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Synchronization And Relaxed Coherency in Distributed Data

IP.com Disclosure Number: IPCOM000037451D
Original Publication Date: 1989-Jan-01
Included in the Prior Art Database: 2005-Jan-29
Document File: 1 page(s) / 11K

Publishing Venue

IBM

Related People

Emma, PG: AUTHOR [+5]

Abstract

Since assured coherency between address spaces is not required for a data-base partitioned across multiple address spaces, cross-processor coherency control is unnecessary in a multiprocessor system for processors holding locked segment table origins (STOs). The finer granularity of partitioning enables higher levels of parallelism.

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Synchronization And Relaxed Coherency in Distributed Data

Since assured coherency between address spaces is not required for a data- base partitioned across multiple address spaces, cross-processor coherency control is unnecessary in a multiprocessor system for processors holding locked segment table origins (STOs). The finer granularity of partitioning enables higher levels of parallelism.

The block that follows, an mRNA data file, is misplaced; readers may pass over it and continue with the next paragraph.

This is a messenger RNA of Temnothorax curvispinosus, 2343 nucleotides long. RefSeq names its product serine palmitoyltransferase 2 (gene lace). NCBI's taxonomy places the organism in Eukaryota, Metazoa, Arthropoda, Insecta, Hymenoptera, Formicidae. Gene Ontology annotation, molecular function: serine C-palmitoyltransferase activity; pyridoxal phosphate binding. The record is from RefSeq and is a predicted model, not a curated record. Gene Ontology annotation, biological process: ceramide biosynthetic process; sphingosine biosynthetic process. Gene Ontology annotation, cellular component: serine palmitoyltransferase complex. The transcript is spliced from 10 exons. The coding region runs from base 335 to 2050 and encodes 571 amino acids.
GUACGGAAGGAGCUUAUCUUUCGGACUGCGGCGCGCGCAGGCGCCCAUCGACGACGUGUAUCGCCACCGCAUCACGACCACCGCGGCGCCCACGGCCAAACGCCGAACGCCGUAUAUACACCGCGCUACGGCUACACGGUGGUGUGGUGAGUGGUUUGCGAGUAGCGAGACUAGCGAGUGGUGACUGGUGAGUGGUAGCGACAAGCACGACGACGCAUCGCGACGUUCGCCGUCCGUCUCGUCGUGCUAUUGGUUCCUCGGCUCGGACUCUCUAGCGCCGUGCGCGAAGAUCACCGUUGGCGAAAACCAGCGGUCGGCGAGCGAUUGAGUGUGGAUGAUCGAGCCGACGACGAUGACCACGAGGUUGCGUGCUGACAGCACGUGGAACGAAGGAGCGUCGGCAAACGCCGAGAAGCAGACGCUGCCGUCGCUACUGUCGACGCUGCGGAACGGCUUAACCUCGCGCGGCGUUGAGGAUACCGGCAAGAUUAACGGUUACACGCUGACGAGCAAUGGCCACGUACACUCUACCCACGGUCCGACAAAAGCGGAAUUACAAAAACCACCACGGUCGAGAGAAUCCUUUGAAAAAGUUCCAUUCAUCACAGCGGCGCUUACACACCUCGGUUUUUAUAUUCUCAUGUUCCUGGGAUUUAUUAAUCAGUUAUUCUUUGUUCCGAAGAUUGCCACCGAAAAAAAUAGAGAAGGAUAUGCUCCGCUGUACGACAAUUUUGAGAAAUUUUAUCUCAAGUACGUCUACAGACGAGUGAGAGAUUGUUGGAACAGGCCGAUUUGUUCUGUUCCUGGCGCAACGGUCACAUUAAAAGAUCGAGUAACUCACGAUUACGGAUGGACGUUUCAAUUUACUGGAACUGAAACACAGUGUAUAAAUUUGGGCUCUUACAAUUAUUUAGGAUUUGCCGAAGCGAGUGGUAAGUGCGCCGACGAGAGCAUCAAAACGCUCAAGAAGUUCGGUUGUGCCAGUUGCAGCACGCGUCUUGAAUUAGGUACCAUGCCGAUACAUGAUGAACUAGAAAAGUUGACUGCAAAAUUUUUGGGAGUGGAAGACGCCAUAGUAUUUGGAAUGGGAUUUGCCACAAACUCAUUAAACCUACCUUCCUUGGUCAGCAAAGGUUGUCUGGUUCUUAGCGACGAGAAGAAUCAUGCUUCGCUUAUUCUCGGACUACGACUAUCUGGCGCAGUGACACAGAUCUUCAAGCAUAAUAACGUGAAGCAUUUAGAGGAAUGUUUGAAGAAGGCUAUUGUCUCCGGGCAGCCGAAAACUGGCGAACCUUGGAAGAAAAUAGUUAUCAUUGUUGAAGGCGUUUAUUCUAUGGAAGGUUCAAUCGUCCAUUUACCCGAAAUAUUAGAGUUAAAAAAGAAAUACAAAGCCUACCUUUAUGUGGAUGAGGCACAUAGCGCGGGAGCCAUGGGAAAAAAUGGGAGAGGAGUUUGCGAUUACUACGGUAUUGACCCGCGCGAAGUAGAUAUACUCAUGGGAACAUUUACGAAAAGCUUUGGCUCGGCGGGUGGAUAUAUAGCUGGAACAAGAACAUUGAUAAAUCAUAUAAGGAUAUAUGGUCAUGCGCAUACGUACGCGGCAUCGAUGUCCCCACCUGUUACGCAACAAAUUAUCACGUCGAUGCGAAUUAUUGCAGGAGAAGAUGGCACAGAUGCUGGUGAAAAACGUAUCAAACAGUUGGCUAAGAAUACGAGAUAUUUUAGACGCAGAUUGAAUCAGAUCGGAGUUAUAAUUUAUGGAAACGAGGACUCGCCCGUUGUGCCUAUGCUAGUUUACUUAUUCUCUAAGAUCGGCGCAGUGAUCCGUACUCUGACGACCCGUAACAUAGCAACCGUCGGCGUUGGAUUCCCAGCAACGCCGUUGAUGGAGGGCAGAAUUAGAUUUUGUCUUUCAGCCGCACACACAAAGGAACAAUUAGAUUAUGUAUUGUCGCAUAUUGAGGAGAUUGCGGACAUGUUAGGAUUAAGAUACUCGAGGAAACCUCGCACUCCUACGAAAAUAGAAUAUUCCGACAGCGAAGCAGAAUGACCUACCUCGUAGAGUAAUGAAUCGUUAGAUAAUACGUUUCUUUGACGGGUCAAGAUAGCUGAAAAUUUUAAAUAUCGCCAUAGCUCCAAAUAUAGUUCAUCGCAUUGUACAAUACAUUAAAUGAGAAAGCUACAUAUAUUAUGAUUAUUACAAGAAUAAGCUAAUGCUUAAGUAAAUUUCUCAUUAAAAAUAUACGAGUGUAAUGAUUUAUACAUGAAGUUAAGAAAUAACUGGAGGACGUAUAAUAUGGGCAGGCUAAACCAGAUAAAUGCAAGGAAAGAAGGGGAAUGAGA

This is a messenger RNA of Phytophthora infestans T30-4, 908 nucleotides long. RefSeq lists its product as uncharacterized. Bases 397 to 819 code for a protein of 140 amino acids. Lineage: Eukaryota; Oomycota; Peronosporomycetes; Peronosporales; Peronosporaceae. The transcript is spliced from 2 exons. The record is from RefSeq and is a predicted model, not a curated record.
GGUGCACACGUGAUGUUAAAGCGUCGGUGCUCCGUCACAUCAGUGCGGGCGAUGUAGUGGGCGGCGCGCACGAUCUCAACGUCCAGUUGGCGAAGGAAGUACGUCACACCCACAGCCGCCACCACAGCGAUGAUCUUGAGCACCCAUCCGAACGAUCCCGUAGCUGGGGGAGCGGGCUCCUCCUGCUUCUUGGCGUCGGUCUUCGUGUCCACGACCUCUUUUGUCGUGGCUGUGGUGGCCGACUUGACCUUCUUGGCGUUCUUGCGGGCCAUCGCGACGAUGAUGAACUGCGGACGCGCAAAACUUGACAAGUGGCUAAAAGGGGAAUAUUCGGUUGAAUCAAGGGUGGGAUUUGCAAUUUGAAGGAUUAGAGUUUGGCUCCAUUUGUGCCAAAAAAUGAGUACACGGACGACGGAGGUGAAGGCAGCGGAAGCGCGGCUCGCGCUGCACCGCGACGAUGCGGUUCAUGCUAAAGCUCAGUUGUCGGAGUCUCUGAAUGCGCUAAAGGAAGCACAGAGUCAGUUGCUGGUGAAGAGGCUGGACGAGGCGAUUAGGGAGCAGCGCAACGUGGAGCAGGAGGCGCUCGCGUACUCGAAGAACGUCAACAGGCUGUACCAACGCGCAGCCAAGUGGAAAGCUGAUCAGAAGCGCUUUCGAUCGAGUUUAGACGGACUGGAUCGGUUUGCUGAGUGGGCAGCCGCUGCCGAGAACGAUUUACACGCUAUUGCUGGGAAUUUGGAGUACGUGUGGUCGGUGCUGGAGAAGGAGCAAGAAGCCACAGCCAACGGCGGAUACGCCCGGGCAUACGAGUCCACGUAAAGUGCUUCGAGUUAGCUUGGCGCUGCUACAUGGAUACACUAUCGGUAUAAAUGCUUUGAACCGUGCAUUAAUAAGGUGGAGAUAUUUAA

A data-base can be partitioned across multiple address spaces so that each space has a unique STO with the collection of STOs residing in a particular address space. When the method of obtaining an STO includes its locking, an active STO becomes inherently locked by software so that no hardware is required to assure coherency for references within the portion of the data base determined by the STO. A processor need only be able to determine the references made using such STOs, and this can be realized explicitly via a local STO buffer or implicitly via predefinition of certain access registers.

Primitive commands, such as Fetch and Add, can obtain STOs or their pointers to implement data-base operations, for instance, search or sort. This implicitly extracts parallelism in a multiprocessor system, and microprocessors in the system can run faster. When using an STO, the microprosessor need not wait for unconfirmed fetches or when fetching no data.

Disclosed anonymously.

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